Monday 13th April 2020 Croxton Bandroom, Melbourne

Wednesday 15th April 2020 The Gov, Adelaide

Friday 17th April 2020 Astor Theatre, Perth

Also performing at Byron Bay Bluesfest 2020 

For more on Dweezil Zappa see Web | Facebook |  Spotify

Twitch and YouTube and stuff

Hey so …I kinda hate being on camera, but it’s time I knuckled down and did this, yeah?

Once upon a time, people bookmarked the blogs they liked, or they followed them in an RSS reader, and a blogger could write an article and count on it reaching their audience. But that’s just not how people consume content any more; they tend to wait for it to drift through their social media feed. And they tend to watch reviews rather than read them now. Which frankly I think is a good thing because it lets you hear the gear being reviewed, even though I think the best approach is ‘in-depth text review plus video demo.’

But my crushing anxiety about appearing on camera has always gotten in the way of me being a YouTube guy. And I think I just need to get over it. So I’ve started streaming stuff on Twitch (which I’m also publishing on my YouTube channel) and I’ll be doing more YouTube reviews.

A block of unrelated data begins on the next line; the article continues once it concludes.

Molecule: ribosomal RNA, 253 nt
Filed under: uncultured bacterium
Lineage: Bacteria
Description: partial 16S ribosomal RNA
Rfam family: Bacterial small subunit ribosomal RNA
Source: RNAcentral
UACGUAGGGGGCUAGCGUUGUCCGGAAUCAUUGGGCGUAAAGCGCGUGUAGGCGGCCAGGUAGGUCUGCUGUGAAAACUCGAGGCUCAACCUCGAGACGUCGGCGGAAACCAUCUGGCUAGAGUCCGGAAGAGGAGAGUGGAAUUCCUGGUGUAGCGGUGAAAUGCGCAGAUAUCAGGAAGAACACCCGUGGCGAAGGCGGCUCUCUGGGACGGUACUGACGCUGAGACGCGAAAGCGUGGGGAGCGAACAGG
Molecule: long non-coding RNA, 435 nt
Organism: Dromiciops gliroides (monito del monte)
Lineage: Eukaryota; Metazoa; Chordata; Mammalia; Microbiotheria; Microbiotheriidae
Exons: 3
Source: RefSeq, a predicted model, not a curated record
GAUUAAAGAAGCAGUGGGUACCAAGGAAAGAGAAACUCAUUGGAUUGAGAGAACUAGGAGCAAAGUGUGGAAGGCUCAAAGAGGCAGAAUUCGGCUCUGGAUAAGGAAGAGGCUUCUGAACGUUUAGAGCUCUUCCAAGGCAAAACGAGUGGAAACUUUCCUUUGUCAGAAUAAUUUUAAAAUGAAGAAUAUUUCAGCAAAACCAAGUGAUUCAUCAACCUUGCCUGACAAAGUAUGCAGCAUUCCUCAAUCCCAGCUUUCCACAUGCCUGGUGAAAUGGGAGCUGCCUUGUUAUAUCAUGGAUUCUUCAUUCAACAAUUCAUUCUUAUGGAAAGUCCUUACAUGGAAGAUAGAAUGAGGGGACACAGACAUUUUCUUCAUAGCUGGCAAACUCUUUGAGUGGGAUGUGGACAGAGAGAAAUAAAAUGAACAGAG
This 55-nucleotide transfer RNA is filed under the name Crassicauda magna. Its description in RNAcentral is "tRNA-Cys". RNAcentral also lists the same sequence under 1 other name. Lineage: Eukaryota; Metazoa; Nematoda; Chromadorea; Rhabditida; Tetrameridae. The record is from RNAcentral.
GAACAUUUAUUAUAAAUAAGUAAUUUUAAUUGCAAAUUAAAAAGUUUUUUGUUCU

So if you’ve followed this site for the 10+ years I’ve been doing it, I hope you’ll give me a chance to get used to this whole ‘being on camera’ thing. I’m a shy guy and most of what I have to say comes out of my fingers either into a guitar or into an article. But the changing media landscape is what it is and I gotta change with it, just as I did when I started I Heart Guitar.

So with that in mind, here are a couple of the live videos I’ve broadcast on Twitch the last couple of days. These are just me noodling and jamming for fun, because guitar is fun, dammit! I would really appreciate it if you subscribe to my Twitch or YouTube channels so you can keep up with this stuff. And you never know when I might live-stream a little noodle-session with a piece of gear I’m reviewing for a magazine.

D’Angelico Guitars are now available at Sweetwater

Here’s some cool news for guitarists in the States: D’Angelico Guitars are now available at Sweetwater. In this video, Don Carr and Mitch Gallagher take a look at the brand. Go here to see the range. They have some pretty incredible deals. Here’s one of my favourite D’Angelicos: the Premier DC in Fiesta Red with ‘Staircase’ tailpiece. Love the art deco vibe that is a hallmark of the D’Angelico style.

Meshiaak’s new album Mask Of All Misery is out Friday!

PRESS RELEASE:

Meshiaak – Release Mask Of All Misery

It has been three years since the Australian quartet’s debut album ‘Alliance of Thieves’ dropped, which married dark undertones, heavy grooves and sophistication whilst retaining old-school metal values. Upon its release Metal Hammer applauded its “modern power/thrash metal attack,” Powerplay exclaimed that the album “bludgeons and berates the senses with incredible precision and astounding musicianship” and Classic Rock revelled in the “mix of brooding progressive metal and heavy rock.”